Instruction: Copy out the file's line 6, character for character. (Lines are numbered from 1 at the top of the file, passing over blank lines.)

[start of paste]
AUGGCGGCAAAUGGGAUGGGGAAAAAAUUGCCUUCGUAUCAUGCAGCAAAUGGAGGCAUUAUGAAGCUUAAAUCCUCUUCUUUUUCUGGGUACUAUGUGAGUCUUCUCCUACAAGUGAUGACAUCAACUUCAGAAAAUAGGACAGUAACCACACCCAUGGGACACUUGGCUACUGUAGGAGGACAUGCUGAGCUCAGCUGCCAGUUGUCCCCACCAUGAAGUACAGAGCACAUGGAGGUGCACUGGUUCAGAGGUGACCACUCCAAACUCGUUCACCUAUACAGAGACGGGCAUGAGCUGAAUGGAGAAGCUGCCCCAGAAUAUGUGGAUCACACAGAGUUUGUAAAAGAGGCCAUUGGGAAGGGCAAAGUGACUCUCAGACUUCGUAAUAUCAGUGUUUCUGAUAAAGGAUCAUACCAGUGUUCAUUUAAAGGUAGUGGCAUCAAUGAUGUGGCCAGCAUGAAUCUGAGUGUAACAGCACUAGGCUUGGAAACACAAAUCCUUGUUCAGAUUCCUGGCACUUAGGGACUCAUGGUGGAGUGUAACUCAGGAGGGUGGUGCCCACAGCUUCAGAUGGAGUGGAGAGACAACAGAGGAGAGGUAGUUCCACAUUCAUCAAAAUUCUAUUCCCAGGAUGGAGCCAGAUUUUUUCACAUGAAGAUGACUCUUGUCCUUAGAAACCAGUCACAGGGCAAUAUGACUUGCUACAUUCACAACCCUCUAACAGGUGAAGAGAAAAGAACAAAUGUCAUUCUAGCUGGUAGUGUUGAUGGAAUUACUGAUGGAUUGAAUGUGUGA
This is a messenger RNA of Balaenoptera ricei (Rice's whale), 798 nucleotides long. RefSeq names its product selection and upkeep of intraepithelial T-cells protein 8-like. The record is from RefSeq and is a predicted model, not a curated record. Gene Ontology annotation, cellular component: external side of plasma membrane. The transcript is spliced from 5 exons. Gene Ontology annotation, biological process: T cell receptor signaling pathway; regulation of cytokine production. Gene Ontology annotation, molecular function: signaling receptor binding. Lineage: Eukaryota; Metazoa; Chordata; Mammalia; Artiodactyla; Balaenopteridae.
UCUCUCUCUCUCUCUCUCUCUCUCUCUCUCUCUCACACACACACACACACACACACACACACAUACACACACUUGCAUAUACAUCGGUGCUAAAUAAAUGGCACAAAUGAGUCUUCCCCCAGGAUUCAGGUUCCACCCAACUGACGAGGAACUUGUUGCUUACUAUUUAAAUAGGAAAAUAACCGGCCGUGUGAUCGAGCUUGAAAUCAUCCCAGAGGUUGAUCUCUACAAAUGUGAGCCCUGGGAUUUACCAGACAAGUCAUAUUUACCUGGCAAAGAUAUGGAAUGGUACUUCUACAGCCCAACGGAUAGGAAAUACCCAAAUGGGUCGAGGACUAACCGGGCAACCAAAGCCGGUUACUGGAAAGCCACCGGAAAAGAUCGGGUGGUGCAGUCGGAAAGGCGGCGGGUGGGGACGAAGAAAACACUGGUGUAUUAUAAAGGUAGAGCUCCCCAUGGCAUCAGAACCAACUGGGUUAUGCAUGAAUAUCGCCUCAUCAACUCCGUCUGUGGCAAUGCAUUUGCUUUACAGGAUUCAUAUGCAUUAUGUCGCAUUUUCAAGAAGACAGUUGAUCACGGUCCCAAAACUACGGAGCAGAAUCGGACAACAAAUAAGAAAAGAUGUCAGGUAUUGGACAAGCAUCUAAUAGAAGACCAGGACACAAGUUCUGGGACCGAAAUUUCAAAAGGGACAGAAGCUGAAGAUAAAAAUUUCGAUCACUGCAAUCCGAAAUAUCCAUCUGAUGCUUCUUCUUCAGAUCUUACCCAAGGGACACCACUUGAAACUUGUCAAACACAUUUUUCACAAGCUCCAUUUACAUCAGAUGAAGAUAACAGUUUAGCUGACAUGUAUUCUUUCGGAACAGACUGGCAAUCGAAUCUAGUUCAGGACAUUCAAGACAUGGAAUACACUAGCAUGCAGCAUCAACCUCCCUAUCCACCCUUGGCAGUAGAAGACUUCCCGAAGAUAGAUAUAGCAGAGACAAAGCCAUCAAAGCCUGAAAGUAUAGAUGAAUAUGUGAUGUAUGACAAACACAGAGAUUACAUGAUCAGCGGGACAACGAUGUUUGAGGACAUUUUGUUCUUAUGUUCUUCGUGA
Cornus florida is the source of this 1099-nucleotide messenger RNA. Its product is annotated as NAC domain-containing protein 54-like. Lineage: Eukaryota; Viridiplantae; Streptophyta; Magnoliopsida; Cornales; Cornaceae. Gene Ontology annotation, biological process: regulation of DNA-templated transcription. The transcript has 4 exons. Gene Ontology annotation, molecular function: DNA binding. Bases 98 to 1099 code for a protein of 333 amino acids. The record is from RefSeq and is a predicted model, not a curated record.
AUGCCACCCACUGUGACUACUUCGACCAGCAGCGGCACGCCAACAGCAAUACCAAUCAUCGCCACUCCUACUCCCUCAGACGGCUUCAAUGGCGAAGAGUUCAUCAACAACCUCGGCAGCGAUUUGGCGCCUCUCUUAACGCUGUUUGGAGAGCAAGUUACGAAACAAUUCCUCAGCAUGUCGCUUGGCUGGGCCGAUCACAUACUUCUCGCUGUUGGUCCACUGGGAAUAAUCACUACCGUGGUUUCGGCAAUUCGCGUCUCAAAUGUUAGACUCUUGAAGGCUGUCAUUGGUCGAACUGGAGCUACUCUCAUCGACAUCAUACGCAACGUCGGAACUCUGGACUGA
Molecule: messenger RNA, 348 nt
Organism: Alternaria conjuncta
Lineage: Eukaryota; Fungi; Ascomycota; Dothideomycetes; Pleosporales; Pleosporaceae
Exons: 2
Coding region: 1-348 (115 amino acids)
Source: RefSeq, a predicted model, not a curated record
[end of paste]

Molecule: messenger RNA, 348 nt